Emerging Technologies Will Change the Entire Face of the Industry Believes Nimish Gupta MD RICS South Asia
What technical innovations and changes in the built environment are required for dynamic developments within a specific industry construction, real estate, and infrastructure?
Recent technological innovations like Proptech, Robotics & Cognitive Automation, Artificial Intelligence, Machine Learning, Virtual Reality, Drones, Internet of Things (IoT) and 3D Printing have transformed the landscape of our natural and built environment. These innovations have disrupted the traditional techniques which were being used to conduct business within the realms of the built environment – not just globally, but also locally.
The effects of disruption have been fairly positive and evident to see in the sector. However, while many other industries have kept pace with the technological revolution, the built environment sector has been a late entrant. There are certain changes that need to be made for the effective development of construction, real estate and infrastructure sectors. In construction, we need to focus on contract enforcement and as it’s derivative – dispute resolution. Despite policy reforms and going up the ranking in ease of doing business – India has gone to 63rd rank – contract law enforcement’s position still languishes at 163. We must improve the ranking in ease of doing business through proper judicial reforms, the introduction of DRS, standard contract forms and contract enforcement.
Poor adoption of technology is another factor. We are still seeing many players building or looking to upgrade their use of technology; while others are hesitant in spending resources for the use of customized applications. Implementation of disruptive technologies is necessary for the future development of the country. Lack of professionalism, ethics and standardisation of practice is an affliction that impacts the sector. These can be tackled by ensuring stringent regulations are enforced, only accredited professionals work in regulatory bodies who are working to the highest standards and an ethical code of conduct while giving reasoned and transparent advice. These professionals are instrumental in building client and market trust, aiding confidence and assurance in the sector.
A key challenge that encompasses and impacts the sector is the growing disconnect between the skills that are taught and the skills that the market needs, which is leaving millions of young people without jobs. The current workforce is unable to deploy technology to maximal advantage due to the huge skill shortage in the Built Environment sector.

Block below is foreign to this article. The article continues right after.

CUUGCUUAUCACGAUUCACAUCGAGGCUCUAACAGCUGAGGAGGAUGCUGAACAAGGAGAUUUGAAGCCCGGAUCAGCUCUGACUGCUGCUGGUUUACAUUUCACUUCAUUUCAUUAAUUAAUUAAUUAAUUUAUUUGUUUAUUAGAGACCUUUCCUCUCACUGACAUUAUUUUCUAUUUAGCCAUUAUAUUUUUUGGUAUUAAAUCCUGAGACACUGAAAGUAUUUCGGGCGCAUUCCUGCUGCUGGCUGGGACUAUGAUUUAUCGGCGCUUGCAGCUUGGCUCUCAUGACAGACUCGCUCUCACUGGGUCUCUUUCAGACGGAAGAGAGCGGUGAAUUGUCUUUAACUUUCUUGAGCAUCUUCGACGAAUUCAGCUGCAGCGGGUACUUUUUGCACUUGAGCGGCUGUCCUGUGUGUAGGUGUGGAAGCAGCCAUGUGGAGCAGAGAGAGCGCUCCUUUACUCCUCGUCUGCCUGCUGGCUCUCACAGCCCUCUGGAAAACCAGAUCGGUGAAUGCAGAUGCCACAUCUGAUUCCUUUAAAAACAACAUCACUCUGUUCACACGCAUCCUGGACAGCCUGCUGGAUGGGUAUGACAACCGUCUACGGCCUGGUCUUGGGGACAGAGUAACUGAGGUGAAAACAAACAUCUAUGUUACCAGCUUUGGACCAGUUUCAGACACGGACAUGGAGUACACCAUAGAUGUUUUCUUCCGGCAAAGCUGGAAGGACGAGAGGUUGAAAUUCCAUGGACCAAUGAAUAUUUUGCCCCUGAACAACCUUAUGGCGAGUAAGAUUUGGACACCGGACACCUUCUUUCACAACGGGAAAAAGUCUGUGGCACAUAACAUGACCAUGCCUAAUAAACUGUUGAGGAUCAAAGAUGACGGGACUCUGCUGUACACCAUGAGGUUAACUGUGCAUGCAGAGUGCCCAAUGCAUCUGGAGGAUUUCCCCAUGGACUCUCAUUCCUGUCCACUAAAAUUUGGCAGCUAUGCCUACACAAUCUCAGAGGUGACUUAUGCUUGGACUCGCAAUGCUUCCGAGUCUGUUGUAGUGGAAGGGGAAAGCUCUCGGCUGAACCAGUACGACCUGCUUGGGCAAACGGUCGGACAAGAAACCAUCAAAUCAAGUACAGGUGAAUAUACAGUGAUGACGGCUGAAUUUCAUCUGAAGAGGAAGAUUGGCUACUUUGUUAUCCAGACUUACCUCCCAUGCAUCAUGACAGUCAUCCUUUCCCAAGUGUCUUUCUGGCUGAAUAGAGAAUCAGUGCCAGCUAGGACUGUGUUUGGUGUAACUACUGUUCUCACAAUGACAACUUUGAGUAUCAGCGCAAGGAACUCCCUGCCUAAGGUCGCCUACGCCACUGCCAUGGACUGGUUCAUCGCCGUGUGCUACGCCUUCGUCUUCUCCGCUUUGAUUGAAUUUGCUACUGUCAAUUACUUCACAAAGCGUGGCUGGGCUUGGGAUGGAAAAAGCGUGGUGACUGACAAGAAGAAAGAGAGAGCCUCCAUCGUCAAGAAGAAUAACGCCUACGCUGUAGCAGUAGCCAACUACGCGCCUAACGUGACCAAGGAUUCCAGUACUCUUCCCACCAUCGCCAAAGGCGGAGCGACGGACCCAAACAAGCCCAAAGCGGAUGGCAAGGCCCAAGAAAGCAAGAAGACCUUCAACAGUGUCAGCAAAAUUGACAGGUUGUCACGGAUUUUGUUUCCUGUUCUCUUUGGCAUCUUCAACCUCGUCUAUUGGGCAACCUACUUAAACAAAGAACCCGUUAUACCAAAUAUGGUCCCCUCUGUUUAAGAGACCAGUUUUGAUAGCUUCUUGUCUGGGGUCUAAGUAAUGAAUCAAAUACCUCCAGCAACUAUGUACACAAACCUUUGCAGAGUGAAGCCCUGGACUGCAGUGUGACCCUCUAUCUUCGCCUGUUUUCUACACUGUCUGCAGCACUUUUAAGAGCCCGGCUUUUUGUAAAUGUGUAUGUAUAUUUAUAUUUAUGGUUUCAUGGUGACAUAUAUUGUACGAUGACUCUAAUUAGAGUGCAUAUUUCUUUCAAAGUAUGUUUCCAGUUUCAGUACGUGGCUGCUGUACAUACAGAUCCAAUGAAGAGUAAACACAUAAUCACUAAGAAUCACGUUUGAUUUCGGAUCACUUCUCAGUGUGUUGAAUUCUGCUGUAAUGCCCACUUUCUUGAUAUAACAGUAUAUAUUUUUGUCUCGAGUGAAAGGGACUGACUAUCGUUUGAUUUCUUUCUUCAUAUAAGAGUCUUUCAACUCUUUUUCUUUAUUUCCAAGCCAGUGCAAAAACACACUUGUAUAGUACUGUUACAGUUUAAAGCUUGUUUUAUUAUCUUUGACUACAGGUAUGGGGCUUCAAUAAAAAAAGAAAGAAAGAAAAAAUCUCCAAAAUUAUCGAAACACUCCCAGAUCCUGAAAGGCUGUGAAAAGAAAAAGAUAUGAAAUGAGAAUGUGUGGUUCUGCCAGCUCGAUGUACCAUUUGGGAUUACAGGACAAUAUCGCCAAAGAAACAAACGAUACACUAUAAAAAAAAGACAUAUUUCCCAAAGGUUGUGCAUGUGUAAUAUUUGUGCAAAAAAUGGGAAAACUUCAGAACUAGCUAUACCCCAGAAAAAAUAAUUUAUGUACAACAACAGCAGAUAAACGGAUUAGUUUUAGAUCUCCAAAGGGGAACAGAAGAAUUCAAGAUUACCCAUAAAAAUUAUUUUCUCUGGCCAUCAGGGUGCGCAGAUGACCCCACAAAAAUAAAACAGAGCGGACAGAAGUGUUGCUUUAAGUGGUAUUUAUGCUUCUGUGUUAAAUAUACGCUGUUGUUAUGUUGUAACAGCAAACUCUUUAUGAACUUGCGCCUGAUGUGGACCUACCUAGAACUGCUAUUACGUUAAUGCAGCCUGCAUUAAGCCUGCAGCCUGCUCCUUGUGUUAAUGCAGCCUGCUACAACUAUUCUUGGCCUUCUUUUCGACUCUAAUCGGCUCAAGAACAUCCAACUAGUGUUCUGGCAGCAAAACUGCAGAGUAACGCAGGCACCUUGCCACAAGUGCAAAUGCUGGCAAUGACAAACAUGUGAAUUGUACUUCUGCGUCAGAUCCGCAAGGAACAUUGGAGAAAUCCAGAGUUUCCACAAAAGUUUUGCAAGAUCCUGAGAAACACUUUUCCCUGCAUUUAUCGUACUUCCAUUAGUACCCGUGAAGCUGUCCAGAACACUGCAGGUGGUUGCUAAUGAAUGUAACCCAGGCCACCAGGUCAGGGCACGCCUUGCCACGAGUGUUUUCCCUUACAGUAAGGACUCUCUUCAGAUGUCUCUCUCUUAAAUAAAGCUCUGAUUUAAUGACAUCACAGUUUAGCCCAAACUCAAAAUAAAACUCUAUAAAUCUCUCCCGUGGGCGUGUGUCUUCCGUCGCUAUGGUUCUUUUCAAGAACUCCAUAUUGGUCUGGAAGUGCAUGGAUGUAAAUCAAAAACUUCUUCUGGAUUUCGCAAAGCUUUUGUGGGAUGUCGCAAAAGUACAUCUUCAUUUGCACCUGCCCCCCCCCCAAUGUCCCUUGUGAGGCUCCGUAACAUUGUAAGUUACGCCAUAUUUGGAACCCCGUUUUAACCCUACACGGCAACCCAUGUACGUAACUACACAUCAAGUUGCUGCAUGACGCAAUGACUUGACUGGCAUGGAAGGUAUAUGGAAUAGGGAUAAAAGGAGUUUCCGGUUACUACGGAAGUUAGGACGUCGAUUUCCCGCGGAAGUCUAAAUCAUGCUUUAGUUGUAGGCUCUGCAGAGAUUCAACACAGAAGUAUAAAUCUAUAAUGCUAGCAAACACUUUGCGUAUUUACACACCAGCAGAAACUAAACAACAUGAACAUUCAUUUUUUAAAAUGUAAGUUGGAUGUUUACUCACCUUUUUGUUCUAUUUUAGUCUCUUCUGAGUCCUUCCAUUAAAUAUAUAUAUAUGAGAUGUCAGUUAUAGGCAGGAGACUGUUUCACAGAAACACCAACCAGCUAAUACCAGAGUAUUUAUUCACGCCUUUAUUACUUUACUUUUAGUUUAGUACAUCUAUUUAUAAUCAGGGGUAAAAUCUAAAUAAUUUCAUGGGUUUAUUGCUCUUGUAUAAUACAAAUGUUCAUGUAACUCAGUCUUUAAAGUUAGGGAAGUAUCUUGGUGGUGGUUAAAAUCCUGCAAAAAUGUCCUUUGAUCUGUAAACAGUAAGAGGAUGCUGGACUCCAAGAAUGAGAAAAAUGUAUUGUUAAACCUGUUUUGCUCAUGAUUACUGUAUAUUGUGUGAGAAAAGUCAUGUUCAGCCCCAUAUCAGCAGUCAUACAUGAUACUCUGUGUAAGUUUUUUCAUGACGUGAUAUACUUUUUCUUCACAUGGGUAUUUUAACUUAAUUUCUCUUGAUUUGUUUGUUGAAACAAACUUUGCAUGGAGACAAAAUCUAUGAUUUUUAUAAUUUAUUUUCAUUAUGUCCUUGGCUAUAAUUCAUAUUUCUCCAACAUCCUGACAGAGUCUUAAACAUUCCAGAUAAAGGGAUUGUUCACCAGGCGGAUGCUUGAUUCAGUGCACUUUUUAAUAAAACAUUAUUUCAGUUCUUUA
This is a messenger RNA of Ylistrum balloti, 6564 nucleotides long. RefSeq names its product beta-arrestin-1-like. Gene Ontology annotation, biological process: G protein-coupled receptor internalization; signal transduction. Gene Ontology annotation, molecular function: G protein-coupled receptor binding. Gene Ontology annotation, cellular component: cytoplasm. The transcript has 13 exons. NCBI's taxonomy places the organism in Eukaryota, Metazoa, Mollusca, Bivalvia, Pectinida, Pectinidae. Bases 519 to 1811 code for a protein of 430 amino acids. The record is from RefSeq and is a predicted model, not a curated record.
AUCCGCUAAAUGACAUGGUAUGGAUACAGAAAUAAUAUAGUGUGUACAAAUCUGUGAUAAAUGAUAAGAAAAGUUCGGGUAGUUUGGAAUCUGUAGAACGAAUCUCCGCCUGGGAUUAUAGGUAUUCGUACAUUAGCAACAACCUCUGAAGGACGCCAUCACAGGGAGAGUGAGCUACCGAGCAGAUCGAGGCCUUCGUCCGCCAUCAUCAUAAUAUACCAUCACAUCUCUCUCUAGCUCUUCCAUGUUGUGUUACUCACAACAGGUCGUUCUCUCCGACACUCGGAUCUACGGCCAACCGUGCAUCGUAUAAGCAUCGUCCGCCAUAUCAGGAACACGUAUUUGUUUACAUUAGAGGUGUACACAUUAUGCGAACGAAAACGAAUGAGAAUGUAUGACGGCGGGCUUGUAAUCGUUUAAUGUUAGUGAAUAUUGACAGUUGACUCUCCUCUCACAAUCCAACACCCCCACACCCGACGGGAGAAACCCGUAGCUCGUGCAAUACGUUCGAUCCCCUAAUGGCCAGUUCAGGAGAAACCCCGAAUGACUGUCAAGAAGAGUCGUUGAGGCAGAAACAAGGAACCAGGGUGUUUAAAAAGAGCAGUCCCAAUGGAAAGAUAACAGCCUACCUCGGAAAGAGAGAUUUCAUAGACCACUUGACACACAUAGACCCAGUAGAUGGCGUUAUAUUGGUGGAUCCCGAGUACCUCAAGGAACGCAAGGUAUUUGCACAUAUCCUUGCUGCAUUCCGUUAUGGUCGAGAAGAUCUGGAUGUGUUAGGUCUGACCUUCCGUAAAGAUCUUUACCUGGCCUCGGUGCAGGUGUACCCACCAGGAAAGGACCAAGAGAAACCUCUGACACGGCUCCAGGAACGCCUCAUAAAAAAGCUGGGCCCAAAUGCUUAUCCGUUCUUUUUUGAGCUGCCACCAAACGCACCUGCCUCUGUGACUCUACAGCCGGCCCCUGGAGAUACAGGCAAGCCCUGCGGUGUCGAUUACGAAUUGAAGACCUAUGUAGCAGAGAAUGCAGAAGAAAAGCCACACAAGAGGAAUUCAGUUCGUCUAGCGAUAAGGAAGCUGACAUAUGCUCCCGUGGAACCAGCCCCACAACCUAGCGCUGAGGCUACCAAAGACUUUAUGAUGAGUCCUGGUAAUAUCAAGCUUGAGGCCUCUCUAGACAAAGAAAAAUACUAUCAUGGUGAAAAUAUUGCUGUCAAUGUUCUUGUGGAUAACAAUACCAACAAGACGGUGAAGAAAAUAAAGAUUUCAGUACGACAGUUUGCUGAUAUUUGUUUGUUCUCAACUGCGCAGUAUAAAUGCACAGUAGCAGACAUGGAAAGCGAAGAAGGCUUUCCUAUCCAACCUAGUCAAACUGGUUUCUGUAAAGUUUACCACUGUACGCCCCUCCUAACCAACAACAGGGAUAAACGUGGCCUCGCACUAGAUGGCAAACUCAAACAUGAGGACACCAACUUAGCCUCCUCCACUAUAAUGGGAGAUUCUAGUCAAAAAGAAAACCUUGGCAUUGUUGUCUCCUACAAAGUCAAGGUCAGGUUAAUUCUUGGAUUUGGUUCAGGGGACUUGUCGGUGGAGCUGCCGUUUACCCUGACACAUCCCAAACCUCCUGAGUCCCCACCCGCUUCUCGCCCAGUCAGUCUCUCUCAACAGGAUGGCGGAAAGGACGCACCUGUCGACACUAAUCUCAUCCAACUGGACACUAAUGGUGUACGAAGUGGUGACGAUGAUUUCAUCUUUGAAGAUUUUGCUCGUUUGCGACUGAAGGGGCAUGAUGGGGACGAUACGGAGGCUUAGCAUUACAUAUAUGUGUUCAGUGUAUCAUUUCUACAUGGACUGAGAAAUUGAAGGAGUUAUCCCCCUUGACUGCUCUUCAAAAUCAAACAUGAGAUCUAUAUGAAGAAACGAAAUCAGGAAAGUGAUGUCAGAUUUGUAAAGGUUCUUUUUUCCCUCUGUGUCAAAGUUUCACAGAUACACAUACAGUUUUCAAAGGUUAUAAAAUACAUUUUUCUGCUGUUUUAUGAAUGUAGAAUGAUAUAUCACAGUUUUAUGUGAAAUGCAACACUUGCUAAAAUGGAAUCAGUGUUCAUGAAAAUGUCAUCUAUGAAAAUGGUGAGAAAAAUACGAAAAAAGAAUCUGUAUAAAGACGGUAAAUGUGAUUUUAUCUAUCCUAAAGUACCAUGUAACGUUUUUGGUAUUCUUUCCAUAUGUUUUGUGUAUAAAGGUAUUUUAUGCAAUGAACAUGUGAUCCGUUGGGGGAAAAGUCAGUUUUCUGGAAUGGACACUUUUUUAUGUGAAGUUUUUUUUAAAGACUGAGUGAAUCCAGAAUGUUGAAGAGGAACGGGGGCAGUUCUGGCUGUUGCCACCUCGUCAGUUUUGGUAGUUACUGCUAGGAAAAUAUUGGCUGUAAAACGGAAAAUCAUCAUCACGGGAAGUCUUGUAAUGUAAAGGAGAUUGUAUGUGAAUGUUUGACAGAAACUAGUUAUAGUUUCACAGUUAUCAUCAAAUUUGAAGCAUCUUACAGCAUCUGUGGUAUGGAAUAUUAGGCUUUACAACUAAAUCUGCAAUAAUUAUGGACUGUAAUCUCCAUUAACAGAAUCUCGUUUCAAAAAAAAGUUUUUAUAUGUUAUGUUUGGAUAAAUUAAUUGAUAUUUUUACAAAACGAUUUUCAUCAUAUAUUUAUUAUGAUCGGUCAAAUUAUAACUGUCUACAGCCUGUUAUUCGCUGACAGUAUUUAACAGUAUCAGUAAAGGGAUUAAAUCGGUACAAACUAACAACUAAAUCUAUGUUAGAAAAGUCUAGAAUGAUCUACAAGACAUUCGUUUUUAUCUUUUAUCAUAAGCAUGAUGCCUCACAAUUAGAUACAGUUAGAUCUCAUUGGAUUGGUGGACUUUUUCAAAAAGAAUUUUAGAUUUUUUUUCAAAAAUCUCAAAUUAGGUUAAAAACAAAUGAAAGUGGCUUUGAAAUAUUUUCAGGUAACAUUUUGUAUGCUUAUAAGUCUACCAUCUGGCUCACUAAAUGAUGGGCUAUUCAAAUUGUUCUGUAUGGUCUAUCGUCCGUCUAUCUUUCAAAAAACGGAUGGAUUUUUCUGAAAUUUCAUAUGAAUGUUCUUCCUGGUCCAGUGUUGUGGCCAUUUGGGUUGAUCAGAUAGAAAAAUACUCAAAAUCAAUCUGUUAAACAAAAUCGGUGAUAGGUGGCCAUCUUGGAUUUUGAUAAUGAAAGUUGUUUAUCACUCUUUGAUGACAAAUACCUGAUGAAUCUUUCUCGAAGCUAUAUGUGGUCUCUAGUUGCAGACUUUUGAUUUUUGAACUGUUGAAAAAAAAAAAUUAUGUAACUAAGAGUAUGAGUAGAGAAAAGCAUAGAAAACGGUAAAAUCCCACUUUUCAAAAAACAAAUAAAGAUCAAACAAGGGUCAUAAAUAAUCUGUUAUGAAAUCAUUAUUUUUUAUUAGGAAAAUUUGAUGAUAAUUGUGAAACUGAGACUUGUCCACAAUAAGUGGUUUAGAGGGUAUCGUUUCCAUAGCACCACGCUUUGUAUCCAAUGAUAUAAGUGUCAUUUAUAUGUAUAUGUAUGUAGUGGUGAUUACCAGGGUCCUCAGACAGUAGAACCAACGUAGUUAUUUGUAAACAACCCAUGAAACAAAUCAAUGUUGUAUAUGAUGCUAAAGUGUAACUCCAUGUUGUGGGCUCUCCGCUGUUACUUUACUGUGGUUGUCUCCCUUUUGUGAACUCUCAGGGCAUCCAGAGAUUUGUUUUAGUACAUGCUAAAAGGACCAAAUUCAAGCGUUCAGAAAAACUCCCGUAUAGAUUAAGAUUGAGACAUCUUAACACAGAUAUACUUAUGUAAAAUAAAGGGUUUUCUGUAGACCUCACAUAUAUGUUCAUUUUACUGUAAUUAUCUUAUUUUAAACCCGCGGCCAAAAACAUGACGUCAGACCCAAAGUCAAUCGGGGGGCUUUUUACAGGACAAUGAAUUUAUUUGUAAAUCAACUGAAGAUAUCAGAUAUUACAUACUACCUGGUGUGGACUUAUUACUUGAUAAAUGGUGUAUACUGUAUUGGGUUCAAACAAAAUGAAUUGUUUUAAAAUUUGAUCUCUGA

How are emerging technologies playing a crucial role in the development of the infrastructure sector in shaping the overall development of the cities?
Infrastructure has been conventionally viewed as a slow, predictable, engineering-driven, labour-intensive domain, not at the cutting-edge of technology. But the reality is changing, faster than expected. A wide range of emerging disruptive technologies like Drones, Internet of Things (IoT) and 3D Printing etc., are rapidly transforming the way infrastructure is built and operated and bringing major implications for every contributor in the value chain. Drones are used for monitoring the progress of capital investment projects, managing maintenance of existing infrastructure and tasks in perilous areas. They facilitate mapping terrains and creating 2D and 3D images for accurate measurements.
Augmented reality (AR) has an extensive array of usage in infrastructure projects, especially at the planning stage. It can help in improving congestion and security in cities help in the navigation of railway stations and airports. It can enhance efficiency during a capital project’s execution – enabling workers to receive and send vital information via smart glasses and accelerating the speed and quality of communication on the job. Smart cities/grid assimilate digital connectivity with intelligent processing in the design, creation and usage of infrastructure. These infrastructure-related activities extend from energy infrastructure to handling carbon impacts to monitoring devices and facilities in houses and businesses.